TOKYO (Reuters) - Japan should boost coronavirus testing and offer more generous cash payouts to households as the epidemic could last for several years, an economist appointed to a government panel on the virus response said on Friday.
The government can fund huge spending on the coronavirus by issuing more bonds, which the central bank can buy to avoid causing a rise in long-term interest rates, said Keiichiro Kobayashi, who was appointed on Tuesday to join a committee advising the government on measures to combat the pandemic.
"It could take up to four years," he said, referring to the time needed to develop and distribute an effective vaccine or medicine to combat the virus.
Consumption will fall globally during that time, he said.
That means stronger measures are needed to keep Japan's economy from suffering prolonged, deep stagnation including paying 100,000 yen ($934) a month for every citizen that suffered a sharp drop in income from the outbreak, Kobayashi told Reuters.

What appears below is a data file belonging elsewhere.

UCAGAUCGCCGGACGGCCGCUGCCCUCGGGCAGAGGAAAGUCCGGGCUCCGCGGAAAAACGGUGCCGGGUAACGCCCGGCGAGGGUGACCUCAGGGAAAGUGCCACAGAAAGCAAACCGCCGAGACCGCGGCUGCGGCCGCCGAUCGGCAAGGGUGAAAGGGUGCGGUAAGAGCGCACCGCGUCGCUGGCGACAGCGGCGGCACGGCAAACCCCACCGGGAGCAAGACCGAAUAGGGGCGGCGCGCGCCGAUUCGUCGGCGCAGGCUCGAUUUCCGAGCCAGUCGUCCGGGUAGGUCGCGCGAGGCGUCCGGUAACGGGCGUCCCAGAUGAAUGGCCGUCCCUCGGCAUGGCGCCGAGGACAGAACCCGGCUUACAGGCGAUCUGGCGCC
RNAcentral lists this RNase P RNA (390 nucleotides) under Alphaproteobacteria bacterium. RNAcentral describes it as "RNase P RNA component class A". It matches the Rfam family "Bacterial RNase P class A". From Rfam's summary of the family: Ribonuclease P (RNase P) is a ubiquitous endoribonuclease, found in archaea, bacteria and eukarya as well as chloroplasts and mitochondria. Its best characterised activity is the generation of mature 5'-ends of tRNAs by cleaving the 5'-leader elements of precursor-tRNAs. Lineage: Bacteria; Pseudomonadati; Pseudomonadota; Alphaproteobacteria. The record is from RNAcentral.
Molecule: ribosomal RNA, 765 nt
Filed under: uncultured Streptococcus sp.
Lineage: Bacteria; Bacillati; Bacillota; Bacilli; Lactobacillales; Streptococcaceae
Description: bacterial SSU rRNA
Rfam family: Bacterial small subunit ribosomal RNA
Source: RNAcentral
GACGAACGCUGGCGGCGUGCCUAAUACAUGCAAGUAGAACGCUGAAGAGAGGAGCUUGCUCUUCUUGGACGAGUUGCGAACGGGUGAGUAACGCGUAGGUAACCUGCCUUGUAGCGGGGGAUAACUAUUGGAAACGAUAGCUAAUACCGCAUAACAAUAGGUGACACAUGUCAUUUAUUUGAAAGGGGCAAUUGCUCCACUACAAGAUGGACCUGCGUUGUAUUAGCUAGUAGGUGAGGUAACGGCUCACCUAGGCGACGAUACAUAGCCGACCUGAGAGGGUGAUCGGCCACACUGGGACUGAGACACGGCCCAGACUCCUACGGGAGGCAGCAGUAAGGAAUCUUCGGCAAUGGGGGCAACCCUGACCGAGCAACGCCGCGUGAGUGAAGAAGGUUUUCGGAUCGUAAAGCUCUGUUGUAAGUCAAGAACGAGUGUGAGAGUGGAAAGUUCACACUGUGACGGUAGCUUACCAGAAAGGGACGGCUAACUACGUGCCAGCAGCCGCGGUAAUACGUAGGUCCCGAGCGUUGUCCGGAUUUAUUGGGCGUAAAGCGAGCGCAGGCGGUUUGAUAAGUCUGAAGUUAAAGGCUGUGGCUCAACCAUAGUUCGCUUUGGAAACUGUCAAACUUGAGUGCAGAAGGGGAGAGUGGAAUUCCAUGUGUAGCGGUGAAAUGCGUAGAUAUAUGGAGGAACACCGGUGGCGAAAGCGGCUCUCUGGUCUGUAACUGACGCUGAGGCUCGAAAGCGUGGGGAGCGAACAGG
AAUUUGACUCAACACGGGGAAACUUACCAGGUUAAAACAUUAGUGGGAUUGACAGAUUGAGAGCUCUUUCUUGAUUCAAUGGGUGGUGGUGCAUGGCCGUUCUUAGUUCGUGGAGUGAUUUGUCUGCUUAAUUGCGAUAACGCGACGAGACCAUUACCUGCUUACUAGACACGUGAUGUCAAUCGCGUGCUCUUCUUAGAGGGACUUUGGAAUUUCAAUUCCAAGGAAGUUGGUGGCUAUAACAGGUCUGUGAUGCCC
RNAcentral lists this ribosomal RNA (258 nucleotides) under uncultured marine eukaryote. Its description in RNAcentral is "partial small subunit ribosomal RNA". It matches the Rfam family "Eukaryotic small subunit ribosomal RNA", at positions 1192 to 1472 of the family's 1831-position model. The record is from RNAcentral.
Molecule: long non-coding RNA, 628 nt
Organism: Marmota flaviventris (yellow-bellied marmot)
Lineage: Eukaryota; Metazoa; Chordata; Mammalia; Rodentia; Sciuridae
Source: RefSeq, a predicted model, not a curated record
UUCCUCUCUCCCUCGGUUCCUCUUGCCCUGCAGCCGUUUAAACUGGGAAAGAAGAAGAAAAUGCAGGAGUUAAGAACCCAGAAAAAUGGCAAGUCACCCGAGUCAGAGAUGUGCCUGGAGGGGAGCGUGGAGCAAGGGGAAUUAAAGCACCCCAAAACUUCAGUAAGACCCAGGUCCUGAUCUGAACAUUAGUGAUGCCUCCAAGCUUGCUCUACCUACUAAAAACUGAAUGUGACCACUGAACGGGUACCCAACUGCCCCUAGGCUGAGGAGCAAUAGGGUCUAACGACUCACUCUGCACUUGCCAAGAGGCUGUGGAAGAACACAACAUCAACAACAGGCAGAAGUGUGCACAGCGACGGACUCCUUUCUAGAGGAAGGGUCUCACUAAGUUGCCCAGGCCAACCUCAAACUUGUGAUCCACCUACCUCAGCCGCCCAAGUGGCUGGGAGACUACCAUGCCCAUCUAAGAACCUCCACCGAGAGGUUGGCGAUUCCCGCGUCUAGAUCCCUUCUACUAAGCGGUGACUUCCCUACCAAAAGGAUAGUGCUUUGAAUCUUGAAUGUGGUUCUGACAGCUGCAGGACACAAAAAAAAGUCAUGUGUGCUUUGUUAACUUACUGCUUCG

The programme would cost the government up to 24 trillion yen, said Kobayashi, who is an economist at the private Tokyo Foundation for Policy Research.
The most important thing is to alleviate public anxiety about the coronavirus and its fallout, he said.
"It's necessary to take steps to make people feel safe by strengthening testing and isolation capabilities," Kobayashi said.
Kobayashi said he planned to share his proposals with Prime Minister Shinzo Abe and his cabinet.
The government appointed several private-sector economists to the panel, which had consisted mostly of medical experts, as efforts to contain the virus put deeper strains on an economy already on the cusp of deep recession.
Japan has reported nearly 16,000 coronavirus infections and over 650 deaths.
(Reporting by Kazuhiko Tamaki, writing by Sakura Murakami; Editing by Robert Birsel)
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